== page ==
SQL query that convert date

Dear expert

I need help with a query please, below query didn't work, well DatetimeInsert is having a format = 2018-10-11 00:24:24.04, if I simply just do a count with DECLARE @ProcessTIme date = 2017-11-11 it returns nothing, so I need to convert it, but I don't really know how.

Please help thanks.

use Prod
DECLARE @ProcessTime CONVERT(VARCHAR(10),[ProcessedTime],120) date = 2018-10-11;
SELECT Count (*)
FROM Invoice.Progress H
WHERE H.DoElectronicInvoiceToReceiver =1 AND H.DatetimeInsert = @ProcessTime 

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WeTiAsked:
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Geert GOracle dbaCommented:
your date needs to be inside quotes
otherwise it's just a calculation
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WeTiAuthor Commented:
Like this?
SELECT Count (*)
FROM Invoice.Head H
WHERE H.DoElectronicInvoiceToReceiver =1 AND H.DatetimeInsert = '2017-10-11'

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Doesn't work, you still need to convert it...
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Geert GOracle dbaCommented:
well off course you do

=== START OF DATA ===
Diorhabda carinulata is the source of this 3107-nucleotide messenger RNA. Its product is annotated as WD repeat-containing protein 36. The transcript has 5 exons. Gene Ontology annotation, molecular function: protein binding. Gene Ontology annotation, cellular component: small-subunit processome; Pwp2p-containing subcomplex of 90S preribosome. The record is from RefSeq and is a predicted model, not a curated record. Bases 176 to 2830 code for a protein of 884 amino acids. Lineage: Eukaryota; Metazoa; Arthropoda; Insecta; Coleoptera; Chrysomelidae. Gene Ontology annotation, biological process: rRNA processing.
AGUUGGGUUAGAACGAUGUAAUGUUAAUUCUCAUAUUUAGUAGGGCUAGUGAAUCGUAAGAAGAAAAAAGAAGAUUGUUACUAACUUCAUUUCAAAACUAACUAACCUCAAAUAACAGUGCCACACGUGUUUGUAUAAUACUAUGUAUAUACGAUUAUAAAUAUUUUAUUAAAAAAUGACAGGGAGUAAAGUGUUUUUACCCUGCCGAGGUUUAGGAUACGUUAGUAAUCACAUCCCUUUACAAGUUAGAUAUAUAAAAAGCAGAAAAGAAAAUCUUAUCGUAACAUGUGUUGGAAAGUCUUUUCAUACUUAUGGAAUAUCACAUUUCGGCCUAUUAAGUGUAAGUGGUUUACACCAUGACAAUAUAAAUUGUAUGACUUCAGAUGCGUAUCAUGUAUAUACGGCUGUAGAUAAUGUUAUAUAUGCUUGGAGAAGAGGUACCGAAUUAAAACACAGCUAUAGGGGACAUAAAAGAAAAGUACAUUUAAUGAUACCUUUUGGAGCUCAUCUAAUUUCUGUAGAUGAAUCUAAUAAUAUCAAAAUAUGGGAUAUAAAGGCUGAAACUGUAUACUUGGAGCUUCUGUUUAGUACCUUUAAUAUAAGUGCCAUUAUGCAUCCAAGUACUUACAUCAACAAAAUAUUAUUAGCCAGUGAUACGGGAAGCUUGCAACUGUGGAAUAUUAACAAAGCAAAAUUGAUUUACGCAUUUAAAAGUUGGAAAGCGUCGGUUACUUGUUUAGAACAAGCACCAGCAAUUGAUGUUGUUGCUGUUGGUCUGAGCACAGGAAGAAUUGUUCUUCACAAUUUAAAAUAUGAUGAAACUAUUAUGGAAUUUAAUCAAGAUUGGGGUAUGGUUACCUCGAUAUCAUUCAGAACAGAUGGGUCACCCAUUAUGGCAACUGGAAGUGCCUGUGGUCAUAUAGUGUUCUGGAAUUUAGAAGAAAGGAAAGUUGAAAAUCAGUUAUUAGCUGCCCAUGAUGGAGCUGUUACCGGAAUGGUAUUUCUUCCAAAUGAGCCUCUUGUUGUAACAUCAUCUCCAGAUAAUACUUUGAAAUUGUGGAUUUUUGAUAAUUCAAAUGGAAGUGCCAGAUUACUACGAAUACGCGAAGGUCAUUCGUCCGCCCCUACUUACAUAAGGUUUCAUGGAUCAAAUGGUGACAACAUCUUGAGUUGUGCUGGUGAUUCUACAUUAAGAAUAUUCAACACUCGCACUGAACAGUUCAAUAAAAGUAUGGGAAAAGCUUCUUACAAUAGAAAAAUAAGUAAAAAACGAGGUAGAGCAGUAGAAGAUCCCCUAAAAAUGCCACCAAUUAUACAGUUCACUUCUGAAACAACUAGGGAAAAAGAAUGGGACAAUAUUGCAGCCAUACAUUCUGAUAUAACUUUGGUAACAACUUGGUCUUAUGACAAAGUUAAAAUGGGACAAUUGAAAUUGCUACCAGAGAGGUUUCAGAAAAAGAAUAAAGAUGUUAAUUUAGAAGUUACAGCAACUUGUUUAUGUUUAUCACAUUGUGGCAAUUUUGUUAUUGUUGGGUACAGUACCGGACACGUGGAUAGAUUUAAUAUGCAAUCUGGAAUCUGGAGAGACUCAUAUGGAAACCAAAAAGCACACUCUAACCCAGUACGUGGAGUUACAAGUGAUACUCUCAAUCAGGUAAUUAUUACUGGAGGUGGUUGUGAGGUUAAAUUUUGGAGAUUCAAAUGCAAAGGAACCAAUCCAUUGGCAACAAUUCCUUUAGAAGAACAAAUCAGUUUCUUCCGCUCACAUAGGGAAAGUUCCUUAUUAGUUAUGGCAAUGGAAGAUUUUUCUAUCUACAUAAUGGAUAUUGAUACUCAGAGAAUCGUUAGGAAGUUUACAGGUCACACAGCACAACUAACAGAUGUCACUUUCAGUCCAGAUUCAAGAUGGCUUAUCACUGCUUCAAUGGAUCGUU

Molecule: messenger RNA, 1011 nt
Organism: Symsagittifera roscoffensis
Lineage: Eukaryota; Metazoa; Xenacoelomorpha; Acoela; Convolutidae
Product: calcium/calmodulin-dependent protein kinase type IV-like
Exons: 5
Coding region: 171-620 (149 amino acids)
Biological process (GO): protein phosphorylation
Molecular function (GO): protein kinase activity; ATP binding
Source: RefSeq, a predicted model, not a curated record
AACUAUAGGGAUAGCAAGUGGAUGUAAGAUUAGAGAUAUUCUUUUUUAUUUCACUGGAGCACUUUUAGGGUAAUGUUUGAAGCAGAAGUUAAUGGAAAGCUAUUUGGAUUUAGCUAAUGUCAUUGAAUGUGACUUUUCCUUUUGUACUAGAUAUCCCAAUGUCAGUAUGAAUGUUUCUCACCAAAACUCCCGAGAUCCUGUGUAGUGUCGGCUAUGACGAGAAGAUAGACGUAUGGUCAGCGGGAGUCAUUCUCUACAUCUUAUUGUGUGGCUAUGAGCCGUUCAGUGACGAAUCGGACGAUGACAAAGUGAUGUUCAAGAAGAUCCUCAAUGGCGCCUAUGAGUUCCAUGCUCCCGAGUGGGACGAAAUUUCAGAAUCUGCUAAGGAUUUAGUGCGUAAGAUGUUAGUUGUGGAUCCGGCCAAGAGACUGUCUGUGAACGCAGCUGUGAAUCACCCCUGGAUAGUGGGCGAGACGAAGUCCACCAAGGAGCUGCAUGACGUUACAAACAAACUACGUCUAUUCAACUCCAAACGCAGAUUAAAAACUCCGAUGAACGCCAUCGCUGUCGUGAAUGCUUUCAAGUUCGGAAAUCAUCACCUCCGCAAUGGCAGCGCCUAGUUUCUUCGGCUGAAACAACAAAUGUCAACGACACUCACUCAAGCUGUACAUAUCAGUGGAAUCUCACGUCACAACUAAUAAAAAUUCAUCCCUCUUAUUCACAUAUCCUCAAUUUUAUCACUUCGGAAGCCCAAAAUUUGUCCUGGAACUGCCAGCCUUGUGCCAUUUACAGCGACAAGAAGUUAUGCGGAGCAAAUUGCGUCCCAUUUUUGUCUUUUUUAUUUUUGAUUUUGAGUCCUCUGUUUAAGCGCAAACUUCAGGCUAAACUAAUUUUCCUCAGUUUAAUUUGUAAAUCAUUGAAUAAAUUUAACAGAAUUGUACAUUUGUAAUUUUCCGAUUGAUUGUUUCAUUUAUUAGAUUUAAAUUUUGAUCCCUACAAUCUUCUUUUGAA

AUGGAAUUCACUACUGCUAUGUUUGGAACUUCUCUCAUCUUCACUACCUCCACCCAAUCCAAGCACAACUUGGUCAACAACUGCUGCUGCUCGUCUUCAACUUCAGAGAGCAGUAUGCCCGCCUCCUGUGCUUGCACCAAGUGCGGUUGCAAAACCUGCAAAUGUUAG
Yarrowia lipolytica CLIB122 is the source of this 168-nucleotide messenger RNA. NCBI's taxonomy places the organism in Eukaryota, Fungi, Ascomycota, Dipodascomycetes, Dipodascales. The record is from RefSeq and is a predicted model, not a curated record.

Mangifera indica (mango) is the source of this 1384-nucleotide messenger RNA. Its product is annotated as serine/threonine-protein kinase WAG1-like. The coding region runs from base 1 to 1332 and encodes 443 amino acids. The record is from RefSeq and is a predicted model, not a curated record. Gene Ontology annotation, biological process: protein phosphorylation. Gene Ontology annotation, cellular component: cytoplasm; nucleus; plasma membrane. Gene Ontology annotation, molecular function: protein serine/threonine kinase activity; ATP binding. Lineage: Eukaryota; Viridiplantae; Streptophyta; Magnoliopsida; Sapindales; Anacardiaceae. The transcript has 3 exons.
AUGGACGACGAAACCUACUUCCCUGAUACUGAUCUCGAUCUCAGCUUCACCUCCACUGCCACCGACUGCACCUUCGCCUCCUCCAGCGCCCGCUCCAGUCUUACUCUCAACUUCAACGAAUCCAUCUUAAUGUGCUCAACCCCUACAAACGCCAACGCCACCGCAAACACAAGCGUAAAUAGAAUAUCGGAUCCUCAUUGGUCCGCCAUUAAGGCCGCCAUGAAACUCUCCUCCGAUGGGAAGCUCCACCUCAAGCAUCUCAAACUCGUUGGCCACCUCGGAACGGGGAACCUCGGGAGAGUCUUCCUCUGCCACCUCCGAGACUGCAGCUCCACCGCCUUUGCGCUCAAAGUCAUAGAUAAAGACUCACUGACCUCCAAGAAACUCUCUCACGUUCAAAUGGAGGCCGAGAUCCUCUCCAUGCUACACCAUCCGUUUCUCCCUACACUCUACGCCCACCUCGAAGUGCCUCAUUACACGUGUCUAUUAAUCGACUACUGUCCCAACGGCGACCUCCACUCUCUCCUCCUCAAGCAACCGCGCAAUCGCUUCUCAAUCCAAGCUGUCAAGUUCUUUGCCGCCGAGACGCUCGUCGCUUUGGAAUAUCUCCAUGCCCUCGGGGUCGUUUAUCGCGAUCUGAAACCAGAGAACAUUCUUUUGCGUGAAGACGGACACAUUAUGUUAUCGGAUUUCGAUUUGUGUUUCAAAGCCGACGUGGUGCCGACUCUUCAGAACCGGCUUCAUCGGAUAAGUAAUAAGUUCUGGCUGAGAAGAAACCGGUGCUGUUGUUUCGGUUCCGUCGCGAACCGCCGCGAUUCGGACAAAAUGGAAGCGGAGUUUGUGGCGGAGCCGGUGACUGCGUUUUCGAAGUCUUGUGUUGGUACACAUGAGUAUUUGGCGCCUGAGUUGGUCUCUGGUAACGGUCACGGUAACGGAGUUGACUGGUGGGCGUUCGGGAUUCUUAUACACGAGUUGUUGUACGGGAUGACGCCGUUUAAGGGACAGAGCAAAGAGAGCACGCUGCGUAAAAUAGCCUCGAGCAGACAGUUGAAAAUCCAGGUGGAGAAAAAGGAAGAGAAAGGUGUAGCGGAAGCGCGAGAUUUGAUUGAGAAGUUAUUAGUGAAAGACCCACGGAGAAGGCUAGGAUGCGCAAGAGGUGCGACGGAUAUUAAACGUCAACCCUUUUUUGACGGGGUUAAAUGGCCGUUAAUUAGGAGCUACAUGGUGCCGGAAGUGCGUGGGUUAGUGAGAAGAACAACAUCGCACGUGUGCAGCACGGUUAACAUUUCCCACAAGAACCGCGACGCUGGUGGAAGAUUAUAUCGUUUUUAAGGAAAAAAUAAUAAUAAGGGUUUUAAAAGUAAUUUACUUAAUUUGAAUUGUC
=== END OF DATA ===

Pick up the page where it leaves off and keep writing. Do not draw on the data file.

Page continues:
never make assumptions about a date format

https://docs.microsoft.com/en-us/sql/t-sql/functions/cast-and-convert-transact-sql

H.DatetimeInsert =Convert(Date,  '2018-10-11 00:24:24.04', 121)

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WeTiAuthor Commented:
How can I do it inside the DECLARE? and I want to format it from 2018-10-11 00:24:24.04 to only 2018-10-11 ignore the rest.
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WeTiAuthor Commented:
Well... I could do this:
H.DatetimeInsert > '2017-10-11' AND H.DatetimeInsert < '2017-10-12'  but seriously better with convert...
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Geert GOracle dbaCommented:
did you try it ?

H.DatetimeInsert =Convert(Date,  '2018-10-11', 121)
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WeTiAuthor Commented:
I did but not working, returns 0 result.
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Geert GOracle dbaCommented:
if returns a result, then it works
otherwise you'd get a syntax error

you could also check the data for that month:
https://docs.microsoft.com/en-us/sql/t-sql/functions/datepart-transact-sql

SELECT * 
FROM Invoice.Head H
WHERE H.DoElectronicInvoiceToReceiver =1 
  AND DatePart(year, DatetimeInsert) = 2017
  and  DatePart(month, DatetimeInsert) = 10

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ste5anSenior DeveloperCommented:
You need to distinguish between a date as data (the data type) and the visual formatted output in any tool or program.

Date literals in T-SQL must be enclosed in single quotes. And can use different formats. But the problem is: Formats must be interpreted. Thus we use - good coding style - an unambiguous date format. The most common in T-SQL is 'yyyymmdd' .

DECLARE @ProcessDate DATE = '20181011';

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Then, the data types DATETIME et al. having a time portion requires that you consider this. Cause the data type precedence leads to expansion of DATE to DATETIME:

DECLARE @GetDate DATE = GETDATE();